It's pretty hard to believe that today (May 23) is my last full day in the USA for about a month, as tomorrow morning I board my first flight to the island of Ometepe, Nicaragua to finish my last few undergraduate credits at BU.
First off, it would be in my best interest to explain what exactly I'm going to be doing in Central America that could possibly relate to our undergraduate career goals as Bloomsburg students.
I'm currently about to finish a B.A. in Anthropology, and through a program my professor and mentor Dr. Faith Warner recommended to me, I'll be studying for the next few weeks primate behavior and rainforest ecology through the Maderas Rainforest Conservancy.
Now, I recognize obviously that might not be everyone's cup of tea, so I'd like to mention that this program offers a variety of other classes including photography, sea turtle ecology, art, rainforest ecology, climate change, and botany classes which serve to benefit a wide range of majors.
In a nutshell, not only this program but many others out there can serve to benefit you and your career goals. Get to know your professors and your mentors, it seems obvious but their experience in the world and the workforce can be such a valuable resource to your future, because I know I wouldn't be going on this once in a lifetime trip without the guidance of my department.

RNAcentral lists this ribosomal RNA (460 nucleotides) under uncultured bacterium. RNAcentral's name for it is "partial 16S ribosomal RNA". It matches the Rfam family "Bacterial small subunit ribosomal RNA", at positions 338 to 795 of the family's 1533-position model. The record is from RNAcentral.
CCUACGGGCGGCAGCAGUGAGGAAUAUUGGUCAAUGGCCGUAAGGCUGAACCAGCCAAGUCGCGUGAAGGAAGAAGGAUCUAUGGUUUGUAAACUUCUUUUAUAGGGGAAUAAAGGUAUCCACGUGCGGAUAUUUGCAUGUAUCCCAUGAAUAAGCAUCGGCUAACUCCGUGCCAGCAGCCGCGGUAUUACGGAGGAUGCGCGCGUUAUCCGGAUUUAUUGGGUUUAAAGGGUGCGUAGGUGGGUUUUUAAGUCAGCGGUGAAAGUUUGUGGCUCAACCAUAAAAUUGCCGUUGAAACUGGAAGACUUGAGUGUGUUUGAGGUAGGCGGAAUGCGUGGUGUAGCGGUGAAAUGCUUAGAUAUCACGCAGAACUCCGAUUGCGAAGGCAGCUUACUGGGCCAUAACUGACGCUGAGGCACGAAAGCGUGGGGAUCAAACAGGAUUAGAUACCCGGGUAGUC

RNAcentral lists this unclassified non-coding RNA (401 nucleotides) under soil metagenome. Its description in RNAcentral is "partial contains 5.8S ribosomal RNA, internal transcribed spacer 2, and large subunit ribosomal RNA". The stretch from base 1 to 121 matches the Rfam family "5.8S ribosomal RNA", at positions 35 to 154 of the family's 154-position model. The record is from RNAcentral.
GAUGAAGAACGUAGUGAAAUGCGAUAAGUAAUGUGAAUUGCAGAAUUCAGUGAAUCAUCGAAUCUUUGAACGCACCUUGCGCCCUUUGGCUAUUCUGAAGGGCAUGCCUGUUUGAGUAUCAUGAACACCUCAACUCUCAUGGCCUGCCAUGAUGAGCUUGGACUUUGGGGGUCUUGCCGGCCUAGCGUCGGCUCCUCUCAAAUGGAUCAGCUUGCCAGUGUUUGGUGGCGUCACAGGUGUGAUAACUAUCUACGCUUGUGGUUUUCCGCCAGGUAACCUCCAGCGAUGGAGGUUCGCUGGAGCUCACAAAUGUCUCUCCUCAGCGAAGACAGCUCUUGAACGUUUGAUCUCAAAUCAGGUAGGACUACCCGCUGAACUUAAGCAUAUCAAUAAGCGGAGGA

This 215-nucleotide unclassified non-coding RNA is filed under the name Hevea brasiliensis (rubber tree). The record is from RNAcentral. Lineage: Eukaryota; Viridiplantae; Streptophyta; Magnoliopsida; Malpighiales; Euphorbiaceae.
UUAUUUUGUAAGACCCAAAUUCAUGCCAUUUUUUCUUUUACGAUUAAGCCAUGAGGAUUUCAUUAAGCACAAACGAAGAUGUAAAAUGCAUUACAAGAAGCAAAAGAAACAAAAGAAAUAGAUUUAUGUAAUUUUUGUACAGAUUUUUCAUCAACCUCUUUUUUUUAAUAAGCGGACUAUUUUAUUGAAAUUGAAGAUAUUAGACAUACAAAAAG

If you think studying abroad might something you're interested in, get out there and ask, explore your options! There's a life changing experience out there waiting for everyone, you just have to be proactive about becoming the navigator of your life's adventures.
Over the next few weeks I'll be living and working on the island of Ometepe, settled in the middle of Lake Nicaragua, the largest freshwater lake in Central America. Myself and the other students in my group studying primate behavior will be observing and developing our own independent research projects about the two groups of monkeys living on the island, white faced capuchins and howler monkeys (who I've been told make an excellent alarm clock for us in the mornings.)
I'm very lucky to have the opportunity to share this experience with anyone who wants to follow me on my journey throughout the Nicaraguan rainforest, and I truly hope that this unique experience of mine encourages some of you to get out there and show the world just how intelligent and driven us Bloomsburg students are. I know I sure am!
Until next time ...
- — Jeanine Hubert is an anthropology major.